How not to counter criticism: the Derwick Associates case

It has become standard in the Western world to expect to find
information about everyone and everything via the internet.
Individuals and corporations alike consult search engines
to form an impression of potential friends, hires, business partners,
or supported candidates. Prominent negative information can cost
jobs, deals, marriages, and lawsuits. Some persons and firms invest
in expensive online reputation management campaigns, as partial
recognition of this fact.

Countering bad press has become so
important that successful public relations firms and private spin
doctors can name their price. The best of this bunch
are the ones no one know about. However, public relations or spin, resuscitating public image ultimate relies on analysing claims
against a client to determine veracity and undermining the
credibility of a client’s critics. Broadly speaking, exposed
companies and individuals are expected to take an active role in
preserving their images. Some are discreet, some are very loud.
Needless to say, the last thing a party trying to avoid public
exposure should be doing is to draw more attention to itself,

Not in Venezuela. Consider the case of Derwick
Associates, a company that appeared overnight, and won 12 thermoelectric contracts from high officials of the Chavez regime in
the space of 14 months. Twelve contracts, arguably worth
billions of dollars, in fourteen months. There is a journalist in
Caracas, Cesar Batiz, who
grew suspicious of Derwick’s business, partially due to the
fact that he had previously
worked in the electricity sector. Batiz started asking questions
about Derwick Associates, questions that any competent journalist
would ask: why was this company favoured over others? Why did the
government grant so many contracts to a company without a track
record? How come no calls for public tenders were made? Who decided
what, where, when? How much public money was spent? Have the projects
been completed? Who are the people behind Derwick? In sum, the sort
of questioning to be expected by any company doing public deals in
any democracy.

The trouble is that Venezuela is not a
democracy, and Derwick Associates is not a regular company. All
contracts granted to Derwick were necessarily decided by an
unidentified high official, who, almost certainly, received a
nice commission from the deal. The Venezuelan contract system is a
revolving door of sorts, whereby those granting contracts condition
their granting on the basis of percentage of commissions. And so
Batiz started digging and found a few road blocks. His enquiries took
him to public institutions that point blank refused to answer his
legitimate questions. So he upped the ante, and took some of the
parties to court, which refused point blank to force public servants
to release public information about contracts paid for with public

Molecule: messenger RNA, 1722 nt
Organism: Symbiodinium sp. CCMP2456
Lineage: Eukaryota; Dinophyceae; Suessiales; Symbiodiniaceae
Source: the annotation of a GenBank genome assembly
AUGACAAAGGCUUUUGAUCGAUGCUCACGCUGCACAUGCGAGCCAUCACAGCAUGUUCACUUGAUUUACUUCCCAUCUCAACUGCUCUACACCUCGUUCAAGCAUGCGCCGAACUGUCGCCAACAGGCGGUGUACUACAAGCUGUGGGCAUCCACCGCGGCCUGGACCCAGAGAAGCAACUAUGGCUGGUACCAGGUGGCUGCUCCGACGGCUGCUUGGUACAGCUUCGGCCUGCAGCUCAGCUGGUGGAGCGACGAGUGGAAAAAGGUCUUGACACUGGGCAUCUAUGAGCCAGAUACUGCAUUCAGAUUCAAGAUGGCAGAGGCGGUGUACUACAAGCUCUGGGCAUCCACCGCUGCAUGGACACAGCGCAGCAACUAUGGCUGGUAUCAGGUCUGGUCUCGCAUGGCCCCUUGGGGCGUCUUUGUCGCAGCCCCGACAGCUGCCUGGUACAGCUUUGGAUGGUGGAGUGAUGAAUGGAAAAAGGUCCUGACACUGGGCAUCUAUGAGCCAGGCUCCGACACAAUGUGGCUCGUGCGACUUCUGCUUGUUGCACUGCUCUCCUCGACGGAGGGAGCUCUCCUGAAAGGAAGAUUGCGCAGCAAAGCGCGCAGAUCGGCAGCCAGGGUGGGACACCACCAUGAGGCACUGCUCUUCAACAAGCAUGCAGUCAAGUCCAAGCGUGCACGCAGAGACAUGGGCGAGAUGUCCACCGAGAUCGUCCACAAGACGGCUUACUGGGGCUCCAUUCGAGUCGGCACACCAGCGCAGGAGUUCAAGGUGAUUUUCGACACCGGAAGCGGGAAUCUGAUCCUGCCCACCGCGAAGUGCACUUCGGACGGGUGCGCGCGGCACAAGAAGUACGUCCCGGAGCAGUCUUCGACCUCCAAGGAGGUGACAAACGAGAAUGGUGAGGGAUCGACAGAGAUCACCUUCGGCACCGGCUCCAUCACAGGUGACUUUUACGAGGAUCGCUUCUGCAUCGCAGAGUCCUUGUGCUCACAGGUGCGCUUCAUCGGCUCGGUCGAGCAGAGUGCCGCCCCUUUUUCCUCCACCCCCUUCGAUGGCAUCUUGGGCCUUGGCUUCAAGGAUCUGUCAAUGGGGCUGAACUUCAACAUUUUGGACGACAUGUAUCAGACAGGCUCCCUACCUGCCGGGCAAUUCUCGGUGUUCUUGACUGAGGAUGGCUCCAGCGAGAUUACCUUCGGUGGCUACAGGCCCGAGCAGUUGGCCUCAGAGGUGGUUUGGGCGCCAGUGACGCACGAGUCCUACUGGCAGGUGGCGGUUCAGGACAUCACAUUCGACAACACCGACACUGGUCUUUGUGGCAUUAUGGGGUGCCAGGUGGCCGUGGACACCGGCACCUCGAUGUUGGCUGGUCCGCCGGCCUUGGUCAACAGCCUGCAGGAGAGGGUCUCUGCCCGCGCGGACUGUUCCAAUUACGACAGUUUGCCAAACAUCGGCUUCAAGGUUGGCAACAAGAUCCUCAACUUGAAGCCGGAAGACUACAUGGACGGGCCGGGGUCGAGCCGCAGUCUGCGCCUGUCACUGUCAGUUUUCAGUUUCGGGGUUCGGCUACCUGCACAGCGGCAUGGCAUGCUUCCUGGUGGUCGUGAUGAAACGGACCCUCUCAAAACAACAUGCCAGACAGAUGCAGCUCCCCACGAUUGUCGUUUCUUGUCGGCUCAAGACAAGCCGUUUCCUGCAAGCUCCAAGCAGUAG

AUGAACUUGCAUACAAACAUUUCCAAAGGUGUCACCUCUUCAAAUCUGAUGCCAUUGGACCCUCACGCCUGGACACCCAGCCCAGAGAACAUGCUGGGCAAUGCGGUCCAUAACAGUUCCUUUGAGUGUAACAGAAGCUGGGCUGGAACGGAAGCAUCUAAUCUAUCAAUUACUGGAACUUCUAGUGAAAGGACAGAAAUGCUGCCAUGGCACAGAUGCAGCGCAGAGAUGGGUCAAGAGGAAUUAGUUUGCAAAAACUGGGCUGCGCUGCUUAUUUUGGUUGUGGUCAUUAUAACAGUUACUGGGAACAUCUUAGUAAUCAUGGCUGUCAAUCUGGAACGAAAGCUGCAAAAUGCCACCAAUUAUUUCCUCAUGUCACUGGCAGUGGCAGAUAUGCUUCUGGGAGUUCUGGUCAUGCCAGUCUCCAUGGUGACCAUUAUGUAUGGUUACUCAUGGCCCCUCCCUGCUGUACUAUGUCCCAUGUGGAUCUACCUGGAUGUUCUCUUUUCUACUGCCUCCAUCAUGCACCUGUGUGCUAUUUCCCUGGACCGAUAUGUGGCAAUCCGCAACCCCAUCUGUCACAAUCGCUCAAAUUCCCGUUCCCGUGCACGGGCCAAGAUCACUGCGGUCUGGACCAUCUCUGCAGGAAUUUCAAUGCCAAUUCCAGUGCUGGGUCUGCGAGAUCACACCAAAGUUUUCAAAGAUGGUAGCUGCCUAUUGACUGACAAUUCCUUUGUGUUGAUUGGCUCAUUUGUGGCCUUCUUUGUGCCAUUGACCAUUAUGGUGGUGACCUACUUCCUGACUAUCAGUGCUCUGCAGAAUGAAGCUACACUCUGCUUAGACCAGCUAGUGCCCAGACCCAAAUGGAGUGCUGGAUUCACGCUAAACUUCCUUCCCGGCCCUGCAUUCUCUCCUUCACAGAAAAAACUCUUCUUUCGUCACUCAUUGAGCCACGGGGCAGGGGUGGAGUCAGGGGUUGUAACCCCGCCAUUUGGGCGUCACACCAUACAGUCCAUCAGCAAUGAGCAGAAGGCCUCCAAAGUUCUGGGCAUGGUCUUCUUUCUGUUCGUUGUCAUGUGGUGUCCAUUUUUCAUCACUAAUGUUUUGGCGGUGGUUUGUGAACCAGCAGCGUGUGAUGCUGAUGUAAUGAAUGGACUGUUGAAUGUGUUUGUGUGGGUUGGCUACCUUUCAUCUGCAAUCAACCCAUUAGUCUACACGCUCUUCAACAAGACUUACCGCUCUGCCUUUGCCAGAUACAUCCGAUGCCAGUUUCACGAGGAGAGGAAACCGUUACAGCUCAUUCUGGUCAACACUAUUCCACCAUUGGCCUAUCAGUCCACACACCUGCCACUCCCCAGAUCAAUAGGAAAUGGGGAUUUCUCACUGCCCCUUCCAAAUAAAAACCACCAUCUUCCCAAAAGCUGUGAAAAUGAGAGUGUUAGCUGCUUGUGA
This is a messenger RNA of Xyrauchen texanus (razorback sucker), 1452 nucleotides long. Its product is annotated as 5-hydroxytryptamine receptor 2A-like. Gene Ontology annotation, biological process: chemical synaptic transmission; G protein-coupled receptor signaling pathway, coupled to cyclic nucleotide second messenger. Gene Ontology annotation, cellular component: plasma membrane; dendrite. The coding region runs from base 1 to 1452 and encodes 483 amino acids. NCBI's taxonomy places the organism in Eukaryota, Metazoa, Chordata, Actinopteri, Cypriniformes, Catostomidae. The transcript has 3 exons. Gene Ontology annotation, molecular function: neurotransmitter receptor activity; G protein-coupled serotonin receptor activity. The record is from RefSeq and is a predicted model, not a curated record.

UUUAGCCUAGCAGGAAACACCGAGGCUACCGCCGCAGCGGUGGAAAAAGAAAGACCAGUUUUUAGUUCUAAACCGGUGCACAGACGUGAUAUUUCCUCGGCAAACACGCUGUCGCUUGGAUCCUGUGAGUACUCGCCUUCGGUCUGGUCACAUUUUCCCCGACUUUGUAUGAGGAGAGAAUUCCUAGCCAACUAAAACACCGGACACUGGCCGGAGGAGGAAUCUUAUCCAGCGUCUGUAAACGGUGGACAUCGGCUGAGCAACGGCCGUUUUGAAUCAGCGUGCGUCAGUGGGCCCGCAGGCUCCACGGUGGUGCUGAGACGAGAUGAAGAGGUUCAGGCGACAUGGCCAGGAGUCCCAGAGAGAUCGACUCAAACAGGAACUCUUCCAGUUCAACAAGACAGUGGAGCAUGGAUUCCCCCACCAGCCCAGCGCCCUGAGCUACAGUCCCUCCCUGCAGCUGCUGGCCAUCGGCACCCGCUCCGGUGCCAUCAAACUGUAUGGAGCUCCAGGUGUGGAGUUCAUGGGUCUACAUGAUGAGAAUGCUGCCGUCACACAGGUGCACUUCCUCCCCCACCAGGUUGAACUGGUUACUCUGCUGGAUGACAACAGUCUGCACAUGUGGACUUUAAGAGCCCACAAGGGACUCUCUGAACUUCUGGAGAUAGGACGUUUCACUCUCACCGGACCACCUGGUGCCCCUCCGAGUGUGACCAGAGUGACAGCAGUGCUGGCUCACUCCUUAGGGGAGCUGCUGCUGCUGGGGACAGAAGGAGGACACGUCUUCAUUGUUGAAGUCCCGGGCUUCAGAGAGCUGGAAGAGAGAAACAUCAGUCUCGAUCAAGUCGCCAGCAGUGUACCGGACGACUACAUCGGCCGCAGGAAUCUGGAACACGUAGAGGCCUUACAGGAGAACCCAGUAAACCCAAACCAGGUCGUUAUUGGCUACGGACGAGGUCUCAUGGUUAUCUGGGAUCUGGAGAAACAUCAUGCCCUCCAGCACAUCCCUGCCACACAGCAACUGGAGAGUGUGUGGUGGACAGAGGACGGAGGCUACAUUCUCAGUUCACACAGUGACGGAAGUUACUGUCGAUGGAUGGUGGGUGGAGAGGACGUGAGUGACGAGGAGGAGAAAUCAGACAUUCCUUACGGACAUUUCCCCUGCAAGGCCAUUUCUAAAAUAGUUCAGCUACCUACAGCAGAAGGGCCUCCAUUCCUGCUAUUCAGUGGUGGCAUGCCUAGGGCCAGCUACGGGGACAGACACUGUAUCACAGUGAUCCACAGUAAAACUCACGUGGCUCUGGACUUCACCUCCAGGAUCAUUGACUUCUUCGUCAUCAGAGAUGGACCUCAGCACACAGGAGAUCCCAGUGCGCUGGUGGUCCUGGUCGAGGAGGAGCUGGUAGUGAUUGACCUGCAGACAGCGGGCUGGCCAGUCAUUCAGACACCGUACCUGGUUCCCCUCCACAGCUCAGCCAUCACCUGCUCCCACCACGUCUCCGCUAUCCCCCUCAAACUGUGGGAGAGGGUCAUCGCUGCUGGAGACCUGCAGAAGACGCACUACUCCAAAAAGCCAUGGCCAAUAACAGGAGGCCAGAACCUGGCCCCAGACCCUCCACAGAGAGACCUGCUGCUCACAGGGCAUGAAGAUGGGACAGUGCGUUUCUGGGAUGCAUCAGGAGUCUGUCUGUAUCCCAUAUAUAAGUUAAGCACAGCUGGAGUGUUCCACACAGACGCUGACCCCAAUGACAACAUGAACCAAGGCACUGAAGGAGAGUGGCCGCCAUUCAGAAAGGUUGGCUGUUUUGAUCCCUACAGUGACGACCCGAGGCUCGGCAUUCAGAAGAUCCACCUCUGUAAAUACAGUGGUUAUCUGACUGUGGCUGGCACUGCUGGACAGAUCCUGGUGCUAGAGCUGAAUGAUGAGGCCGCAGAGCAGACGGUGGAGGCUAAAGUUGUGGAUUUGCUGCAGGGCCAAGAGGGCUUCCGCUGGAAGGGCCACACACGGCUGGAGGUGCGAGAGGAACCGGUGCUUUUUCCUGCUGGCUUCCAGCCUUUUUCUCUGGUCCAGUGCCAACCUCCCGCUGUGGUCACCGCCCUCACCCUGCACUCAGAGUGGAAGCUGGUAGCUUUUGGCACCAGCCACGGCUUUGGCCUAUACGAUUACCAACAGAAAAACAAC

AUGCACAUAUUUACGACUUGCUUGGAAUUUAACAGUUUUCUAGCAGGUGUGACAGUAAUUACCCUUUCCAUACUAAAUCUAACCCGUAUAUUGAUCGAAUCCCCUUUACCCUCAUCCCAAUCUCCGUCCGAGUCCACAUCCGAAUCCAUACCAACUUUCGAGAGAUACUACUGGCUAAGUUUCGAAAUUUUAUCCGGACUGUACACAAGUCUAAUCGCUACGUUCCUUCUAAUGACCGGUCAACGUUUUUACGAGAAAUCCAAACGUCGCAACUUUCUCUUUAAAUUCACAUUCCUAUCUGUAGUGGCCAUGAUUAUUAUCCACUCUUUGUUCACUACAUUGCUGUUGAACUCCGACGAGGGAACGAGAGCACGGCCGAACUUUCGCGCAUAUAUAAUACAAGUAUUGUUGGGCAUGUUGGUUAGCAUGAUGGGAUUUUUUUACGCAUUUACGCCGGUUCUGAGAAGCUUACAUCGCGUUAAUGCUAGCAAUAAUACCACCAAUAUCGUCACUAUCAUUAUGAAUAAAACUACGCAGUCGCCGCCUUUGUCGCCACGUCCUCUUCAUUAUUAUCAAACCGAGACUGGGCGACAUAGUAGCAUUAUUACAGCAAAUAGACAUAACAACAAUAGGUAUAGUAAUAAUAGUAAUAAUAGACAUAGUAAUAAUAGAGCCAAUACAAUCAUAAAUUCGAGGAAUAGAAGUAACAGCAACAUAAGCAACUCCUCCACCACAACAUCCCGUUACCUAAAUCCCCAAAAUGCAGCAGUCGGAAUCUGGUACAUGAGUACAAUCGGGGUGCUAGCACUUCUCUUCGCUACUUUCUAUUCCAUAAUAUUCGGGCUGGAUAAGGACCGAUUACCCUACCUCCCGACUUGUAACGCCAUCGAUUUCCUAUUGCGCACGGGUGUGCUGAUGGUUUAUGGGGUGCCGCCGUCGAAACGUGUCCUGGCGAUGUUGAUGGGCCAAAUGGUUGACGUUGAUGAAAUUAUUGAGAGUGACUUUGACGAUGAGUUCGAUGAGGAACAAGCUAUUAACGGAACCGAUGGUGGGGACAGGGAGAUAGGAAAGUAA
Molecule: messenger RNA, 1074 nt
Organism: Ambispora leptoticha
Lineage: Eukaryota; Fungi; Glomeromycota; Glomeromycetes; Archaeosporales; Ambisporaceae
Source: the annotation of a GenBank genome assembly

money. There is no such thing as the Freedom of Information Act in
Chavez’s socialist paradise. Batiz’s editor, Eleazar Diaz Rangel,
took an interest in the story, and went himself to the Prosecutor’s
Office to formally request an investigation. Again,
nothing came of it.

Derwick did not respond to Batiz, his
articles, or his requests for information. Instead, it
sued Oscar Garcia Mendoza, a banker, in a Florida court, for
supposedly orchestrating a «defamation campaign». It did
not sue Batiz. It did not sue his editor, Diaz Rangel. It did not sue
the newspaper where Batiz works, Ultimas Noticias. No. Derwick rather
sued a banker with no connection to either Batiz, Diaz Rangel, or
Ultimas Noticias. It did not sue in Venezuela, but in the USA. It did
not sue in Spanish, but in English, thus facilitating spread of
information about its actions online. One can only ask: why?

findings never received much publicity in Venezuela. Just another
scandal, during the most corrupt administration our utterly corrupt
country has ever had. Very few eyebrows rose there. But then
Derwick instructed its New York-based lawyers to sue Oscar Garcia
Mendoza in Florida, and people started talking about it. Bloggers
started questioning the move, and published
more information about the affair. And so Derwick, a totally
obscure company of two people, went from anonymity to the
of research of US Federal Agencies. If there was ever a prize for
not to counter bad press, surely Derwick is a deserving winner.
Their strategy, of suing, threatening, publishing communiqués,
and harassing critics can only be termed as imbecilic
in the disused psychological meaning, for, expectedly, it
has produced the exact opposite results from those desired.

year ago, only a handful of people knew about Derwick. Now
governments know about Derwick, banks know about Derwick, authorities
know about Derwick, even Wikipedia
has an entry on Derwick, and worse of all, Google and its ubiquitous
archives have many more
entries about Derwick.

So here is a piece of free,
unsolicited advice for companies, like Derwick Associates or
trying to deal with perfectly valid criticism: be discreet, fly
quietly into the horizon in your Falcon 2000 with your fraudulent
fortune, knowing that the more you scream and attack, the more
attention you will receive. As another blogger aptly put it:
bloggers and journalists is never, ever, a good strategy.  

Tomado de How not to counter criticism: the Derwick Associates case